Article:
I wrote a reasonably positive blog entry some weeks back about the good native forest restoration work ongoing under the EU-Life project. While I know that positive work is currently being done in places like Clonbur Wood and other sites, I also know that very little good is being done on the so-called Millenium Forest at nearby Tourmakeady Wood, where the site is severely infested with Rhododendron. A decade back, Coillte brazenly declared on the signage within Tourmakeady that the Rhododendron was to be eradicated. Nothing of the sort has happened.  

I am a pragmatist who realises that commercial conifer plantations play a role in Ireland’s rural economy and that the state-owned Coillte is not going to stop its main business any time soon. I avail of their open door policy to walkers, cyclists and so on and appreciate that.  

My gripe, however, has more to do with the way it behaves itself. While on the one hand waving its flag about Clonbur et al, on the other hand it seems to have abandoned Tourmakeady.  

Eskeragh, North Mayo

Eskeragh, North Mayo

On Wednesday, I visited another restoration project, this time at Eskeragh, north Mayo. This EU-Life project is about blanket bog restoration. Here, Coillte openly admits to having virtually destroyed the natural habitat, through drainage and conifer planting in the 1980s. It has removed the conifers, blocked up drains in order to allow the site to waterlog once more and has even installed a nice attractive boardwalk with accompanying explanatory panel for visitors.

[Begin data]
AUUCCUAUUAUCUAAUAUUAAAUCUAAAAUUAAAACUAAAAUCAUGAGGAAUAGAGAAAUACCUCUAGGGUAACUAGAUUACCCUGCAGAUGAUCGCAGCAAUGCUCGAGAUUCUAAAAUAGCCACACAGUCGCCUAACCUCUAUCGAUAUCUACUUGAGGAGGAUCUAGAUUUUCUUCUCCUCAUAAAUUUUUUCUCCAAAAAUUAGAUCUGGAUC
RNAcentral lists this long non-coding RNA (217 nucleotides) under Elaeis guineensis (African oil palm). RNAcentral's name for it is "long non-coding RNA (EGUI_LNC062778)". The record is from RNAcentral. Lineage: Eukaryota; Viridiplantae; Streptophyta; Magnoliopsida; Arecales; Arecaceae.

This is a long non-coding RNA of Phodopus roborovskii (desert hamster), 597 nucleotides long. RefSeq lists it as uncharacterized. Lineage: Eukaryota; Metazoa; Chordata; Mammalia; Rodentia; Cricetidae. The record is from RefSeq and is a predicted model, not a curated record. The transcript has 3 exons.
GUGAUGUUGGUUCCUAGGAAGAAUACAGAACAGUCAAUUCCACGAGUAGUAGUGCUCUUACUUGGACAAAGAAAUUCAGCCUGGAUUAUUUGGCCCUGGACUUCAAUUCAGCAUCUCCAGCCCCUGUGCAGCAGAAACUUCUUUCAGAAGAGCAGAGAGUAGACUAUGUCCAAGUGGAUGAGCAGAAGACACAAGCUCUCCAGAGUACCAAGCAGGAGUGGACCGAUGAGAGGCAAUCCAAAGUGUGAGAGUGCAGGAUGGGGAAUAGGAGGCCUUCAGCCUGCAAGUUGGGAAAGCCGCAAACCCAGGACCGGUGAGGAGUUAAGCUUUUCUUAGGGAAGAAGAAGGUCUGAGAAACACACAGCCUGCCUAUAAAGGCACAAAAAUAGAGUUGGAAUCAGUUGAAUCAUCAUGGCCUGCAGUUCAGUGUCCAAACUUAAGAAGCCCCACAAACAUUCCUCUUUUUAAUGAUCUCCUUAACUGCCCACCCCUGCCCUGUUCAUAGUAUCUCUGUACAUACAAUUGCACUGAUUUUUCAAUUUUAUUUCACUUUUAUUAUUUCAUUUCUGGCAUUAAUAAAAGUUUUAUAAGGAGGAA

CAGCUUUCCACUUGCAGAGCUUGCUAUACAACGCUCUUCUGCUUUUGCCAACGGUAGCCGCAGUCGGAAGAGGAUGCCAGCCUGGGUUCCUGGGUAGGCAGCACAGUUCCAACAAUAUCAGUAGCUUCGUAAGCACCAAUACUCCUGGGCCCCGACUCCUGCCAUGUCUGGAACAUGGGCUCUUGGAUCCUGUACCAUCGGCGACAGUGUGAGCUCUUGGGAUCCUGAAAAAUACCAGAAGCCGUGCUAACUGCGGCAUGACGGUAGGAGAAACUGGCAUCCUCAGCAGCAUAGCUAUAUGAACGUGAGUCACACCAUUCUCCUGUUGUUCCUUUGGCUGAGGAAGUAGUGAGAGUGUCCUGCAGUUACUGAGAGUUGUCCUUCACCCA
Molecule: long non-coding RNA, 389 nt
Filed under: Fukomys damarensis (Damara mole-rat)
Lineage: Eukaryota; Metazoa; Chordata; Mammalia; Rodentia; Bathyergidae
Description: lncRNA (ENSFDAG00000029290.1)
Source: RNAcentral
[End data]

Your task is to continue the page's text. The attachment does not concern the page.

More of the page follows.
Good for them, I hear you cry. 

However, no more than a few kilometres away, I then visited a vast plantation at Carrowkilleen / Carrowgarve. Here, you see the ‘real’ Coillte at work, away from the PR and the public.  

Felling has recently taken place here on a vast scale, far greater than what might be considered reasonable. The destruction is terrible, leaving a landscape of mangled tree stumps, broken branches, churned up ground, compromised water quality and heavy machinery tracks. I hear you say “well, that’s the price you pay for commercial forestry on a large scale”. I reiterate that it does not have to be on such a massive scale all at once.  

The problem here is wanton environmental damage being perpetrated at these sites. I found this upturned drum of gearbox oil dumped in a water channel. You can clearly see that the spout is open. Further along, Pipits and Wagtails dipped their beaks in oil-polluted puddles. A large tyre was dumped in another water channel. This is disgraceful behaviour and demonstrates clear disregard for the environment Coillte claims to care for at other sites.  

So, Coillte, go ahead with your commercial non-native plantations, but why not carry out your business in a responsible and environmentally respectful manner. Oh yeah, and give us more native broadleaves. Oh yeah, and hand over your bogland and forest restoration project sites to an independent body that might actually care and be focussed on sustainability, environmental care and biodiversity.